Italy’s Prime Minister Silvio Berlusconi and his government have been calling for a vote of confidence in the Italian Parliament in the last several days for unpopular austerity measures totaling €25 billion. Roger Bootle and his economic staff at Capital Economics are asking themselves if Italy constitutes a credible danger to the Euro Block.

“Many years of weak growth and mountains of government debt are potential time bombs waiting to explode,” Bootle wrote in his research paper for Capital Economics.

Bootle acknowledges that at the moment, countries like Greece, Portugal, and Spain are capturing the main focus in Europe but Italy could soon take center stage in the story of European debt. “We think that the magnitude if government debt in Italy could at the end of the day drive the markets to turn their attention to Italy and the possibility for national bankruptcy is very real,” he added.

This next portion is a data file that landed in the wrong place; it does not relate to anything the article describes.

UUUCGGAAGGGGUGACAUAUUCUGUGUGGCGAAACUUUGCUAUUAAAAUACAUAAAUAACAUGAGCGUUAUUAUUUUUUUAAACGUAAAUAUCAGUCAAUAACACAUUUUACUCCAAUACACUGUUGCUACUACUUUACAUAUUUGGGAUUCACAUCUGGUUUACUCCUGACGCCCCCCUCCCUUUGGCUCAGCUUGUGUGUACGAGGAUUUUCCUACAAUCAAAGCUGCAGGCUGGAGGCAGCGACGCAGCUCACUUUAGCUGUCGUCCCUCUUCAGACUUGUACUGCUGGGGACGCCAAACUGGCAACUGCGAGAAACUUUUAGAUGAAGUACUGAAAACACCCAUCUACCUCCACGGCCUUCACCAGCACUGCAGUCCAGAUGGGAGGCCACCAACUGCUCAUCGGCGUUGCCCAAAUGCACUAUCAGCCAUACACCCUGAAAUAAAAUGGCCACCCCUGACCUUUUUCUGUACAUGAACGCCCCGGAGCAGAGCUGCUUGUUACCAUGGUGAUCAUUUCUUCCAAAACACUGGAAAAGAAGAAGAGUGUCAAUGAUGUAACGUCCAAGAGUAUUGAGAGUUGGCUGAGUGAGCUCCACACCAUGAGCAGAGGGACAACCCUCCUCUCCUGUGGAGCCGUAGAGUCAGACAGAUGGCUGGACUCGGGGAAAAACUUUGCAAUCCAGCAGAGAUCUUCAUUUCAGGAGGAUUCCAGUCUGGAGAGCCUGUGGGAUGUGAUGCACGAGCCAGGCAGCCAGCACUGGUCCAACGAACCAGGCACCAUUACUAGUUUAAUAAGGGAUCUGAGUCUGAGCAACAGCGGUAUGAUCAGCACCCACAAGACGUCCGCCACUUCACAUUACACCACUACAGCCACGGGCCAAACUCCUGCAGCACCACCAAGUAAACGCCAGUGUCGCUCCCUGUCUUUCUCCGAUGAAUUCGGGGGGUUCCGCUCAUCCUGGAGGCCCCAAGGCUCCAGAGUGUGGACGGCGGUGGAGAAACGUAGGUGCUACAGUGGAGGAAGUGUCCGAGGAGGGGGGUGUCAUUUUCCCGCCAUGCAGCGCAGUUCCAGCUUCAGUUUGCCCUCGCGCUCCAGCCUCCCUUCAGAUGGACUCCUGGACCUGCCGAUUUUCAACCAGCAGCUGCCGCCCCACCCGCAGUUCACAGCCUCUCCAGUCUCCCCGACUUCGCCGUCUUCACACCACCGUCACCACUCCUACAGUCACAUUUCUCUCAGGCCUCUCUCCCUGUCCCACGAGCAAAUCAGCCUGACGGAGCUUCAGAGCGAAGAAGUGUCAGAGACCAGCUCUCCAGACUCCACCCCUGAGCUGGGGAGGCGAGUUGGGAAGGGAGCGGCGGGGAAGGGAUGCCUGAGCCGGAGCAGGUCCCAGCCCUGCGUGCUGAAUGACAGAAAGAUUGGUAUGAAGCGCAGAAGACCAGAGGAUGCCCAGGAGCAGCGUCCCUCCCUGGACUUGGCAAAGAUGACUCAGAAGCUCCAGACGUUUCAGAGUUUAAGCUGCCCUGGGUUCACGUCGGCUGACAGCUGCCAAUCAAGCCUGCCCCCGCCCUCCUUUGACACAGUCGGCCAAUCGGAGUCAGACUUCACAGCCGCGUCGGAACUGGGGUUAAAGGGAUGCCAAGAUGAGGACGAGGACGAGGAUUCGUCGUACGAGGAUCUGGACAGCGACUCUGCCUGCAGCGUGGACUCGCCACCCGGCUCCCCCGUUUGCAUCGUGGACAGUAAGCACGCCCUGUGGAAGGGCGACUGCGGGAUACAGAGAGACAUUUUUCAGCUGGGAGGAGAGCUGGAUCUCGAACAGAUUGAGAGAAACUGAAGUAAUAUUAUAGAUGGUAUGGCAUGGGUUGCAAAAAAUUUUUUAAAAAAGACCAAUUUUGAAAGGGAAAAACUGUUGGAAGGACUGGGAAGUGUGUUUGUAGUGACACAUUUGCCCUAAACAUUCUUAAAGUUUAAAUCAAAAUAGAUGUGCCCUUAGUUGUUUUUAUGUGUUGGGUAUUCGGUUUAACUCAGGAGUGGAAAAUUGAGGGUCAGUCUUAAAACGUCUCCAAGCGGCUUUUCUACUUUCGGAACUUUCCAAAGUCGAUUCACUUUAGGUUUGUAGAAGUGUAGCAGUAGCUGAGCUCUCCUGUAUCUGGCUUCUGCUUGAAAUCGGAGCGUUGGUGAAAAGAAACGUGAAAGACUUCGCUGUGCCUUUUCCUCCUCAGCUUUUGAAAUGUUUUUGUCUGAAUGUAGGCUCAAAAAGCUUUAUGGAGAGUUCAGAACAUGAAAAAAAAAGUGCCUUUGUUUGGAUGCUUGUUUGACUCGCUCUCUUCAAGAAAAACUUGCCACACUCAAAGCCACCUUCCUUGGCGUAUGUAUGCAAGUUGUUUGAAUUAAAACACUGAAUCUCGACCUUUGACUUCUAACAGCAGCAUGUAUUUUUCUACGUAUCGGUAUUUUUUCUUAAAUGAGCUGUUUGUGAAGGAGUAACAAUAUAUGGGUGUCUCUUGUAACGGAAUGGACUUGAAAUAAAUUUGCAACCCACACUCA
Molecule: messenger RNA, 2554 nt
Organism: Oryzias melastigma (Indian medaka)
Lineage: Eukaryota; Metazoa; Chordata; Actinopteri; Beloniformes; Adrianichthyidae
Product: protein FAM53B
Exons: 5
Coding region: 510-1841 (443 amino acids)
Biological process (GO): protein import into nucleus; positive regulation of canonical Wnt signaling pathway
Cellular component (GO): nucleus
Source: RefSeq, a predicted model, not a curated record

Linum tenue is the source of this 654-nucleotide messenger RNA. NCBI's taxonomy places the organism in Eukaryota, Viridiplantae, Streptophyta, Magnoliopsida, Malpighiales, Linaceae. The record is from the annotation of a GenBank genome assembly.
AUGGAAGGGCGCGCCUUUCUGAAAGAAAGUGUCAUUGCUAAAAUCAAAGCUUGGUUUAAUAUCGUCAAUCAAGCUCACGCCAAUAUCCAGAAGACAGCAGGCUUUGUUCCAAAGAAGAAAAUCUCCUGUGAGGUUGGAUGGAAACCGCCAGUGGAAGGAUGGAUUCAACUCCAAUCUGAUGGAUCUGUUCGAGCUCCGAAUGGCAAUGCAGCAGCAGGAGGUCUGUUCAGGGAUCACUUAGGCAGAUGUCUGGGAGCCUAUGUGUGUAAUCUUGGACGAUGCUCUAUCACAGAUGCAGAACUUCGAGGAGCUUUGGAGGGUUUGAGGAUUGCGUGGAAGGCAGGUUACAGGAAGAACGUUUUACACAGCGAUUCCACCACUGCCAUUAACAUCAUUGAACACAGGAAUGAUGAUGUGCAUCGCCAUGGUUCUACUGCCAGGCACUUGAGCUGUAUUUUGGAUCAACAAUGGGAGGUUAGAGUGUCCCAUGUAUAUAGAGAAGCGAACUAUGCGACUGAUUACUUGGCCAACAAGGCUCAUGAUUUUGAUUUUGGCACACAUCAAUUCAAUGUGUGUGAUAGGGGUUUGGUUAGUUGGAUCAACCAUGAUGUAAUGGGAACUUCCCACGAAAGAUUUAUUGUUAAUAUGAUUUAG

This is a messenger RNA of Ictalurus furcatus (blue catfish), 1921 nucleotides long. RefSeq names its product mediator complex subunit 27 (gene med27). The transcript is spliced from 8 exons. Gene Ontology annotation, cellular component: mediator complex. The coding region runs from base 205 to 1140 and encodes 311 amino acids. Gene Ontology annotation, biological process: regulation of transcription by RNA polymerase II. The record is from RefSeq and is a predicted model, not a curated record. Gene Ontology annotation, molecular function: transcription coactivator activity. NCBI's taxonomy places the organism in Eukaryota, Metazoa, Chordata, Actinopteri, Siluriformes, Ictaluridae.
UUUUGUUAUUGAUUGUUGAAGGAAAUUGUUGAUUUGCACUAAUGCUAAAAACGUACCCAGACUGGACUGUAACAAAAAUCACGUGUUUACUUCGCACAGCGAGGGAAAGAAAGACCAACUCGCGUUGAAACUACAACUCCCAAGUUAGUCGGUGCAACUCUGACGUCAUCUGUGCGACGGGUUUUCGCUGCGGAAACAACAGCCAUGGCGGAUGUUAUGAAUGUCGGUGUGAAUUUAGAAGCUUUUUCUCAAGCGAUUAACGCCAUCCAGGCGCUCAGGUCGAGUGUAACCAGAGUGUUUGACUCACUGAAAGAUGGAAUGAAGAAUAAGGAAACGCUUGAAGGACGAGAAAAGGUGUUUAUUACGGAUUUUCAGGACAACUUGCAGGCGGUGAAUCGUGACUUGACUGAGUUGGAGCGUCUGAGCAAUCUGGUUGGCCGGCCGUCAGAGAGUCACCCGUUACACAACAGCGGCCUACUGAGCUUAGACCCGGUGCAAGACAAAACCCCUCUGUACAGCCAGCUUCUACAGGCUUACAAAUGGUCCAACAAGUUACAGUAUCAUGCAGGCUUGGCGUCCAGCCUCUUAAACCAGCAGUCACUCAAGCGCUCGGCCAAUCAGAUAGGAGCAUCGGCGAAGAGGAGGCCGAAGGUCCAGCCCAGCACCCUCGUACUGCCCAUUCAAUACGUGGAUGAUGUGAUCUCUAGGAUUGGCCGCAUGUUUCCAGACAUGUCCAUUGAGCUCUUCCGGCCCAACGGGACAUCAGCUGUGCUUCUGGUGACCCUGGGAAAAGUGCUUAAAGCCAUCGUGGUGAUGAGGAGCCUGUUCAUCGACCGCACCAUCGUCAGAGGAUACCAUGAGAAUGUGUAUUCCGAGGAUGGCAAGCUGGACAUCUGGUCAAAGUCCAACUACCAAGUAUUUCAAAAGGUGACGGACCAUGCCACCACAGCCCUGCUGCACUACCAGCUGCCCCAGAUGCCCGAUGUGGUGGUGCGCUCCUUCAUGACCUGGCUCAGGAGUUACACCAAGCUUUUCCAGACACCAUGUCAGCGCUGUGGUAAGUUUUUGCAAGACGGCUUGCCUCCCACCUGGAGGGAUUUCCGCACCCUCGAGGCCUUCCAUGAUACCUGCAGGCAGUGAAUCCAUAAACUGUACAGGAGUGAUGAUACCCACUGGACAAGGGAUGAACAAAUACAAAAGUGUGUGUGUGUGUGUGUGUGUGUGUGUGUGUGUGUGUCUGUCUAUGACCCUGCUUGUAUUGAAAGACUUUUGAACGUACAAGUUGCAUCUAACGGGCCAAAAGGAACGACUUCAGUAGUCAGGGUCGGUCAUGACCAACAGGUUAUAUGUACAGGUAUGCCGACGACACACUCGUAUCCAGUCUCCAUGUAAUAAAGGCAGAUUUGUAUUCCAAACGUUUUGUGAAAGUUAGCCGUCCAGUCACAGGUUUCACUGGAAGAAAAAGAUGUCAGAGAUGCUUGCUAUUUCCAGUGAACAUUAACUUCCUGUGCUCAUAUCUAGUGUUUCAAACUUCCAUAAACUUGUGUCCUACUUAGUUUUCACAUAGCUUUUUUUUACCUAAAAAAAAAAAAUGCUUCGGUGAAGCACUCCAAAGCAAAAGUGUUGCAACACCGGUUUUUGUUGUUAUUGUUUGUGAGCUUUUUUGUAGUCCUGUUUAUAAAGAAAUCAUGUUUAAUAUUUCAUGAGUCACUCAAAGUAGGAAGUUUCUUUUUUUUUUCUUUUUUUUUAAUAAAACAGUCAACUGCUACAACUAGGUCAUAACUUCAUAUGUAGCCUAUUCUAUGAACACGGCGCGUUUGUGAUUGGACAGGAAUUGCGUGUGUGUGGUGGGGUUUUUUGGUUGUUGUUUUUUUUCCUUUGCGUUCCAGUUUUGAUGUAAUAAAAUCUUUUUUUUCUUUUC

Bootle notes that “If market pressure continues and growth remains weak, it could advance one or two counties in the Euro Block to go bankrupt and separate from the Block. We think that the Italian administration would be under intense pressure to do the same.”

Nevertheless, Bootle emphasized that Italy is undoubtedly in a better situation than Greece or Portugal, but it has its own serious problems. “The Italians have a banking system that functions reasonably well, and a relatively low measure of public debt,” Bootle noted.

“Since the 70’s, the Italian government has consistently lived beyond its means and public debt rose to levels of around 115% of GDP, more or less along the same lines as Greek debt. Furthermore, ever since Italy joined the Euro Block, its competitive ability has diminished,” Bootle added.

Tangentially, Bootle warned that “If Italy goes bankrupt and investors in its government debt demanded a 50% cut, it 80% of Italian banks’ capital would be erased in one shot and it would cause severe turmoil in its banking system—the losses to investors would stand at €400 billion.”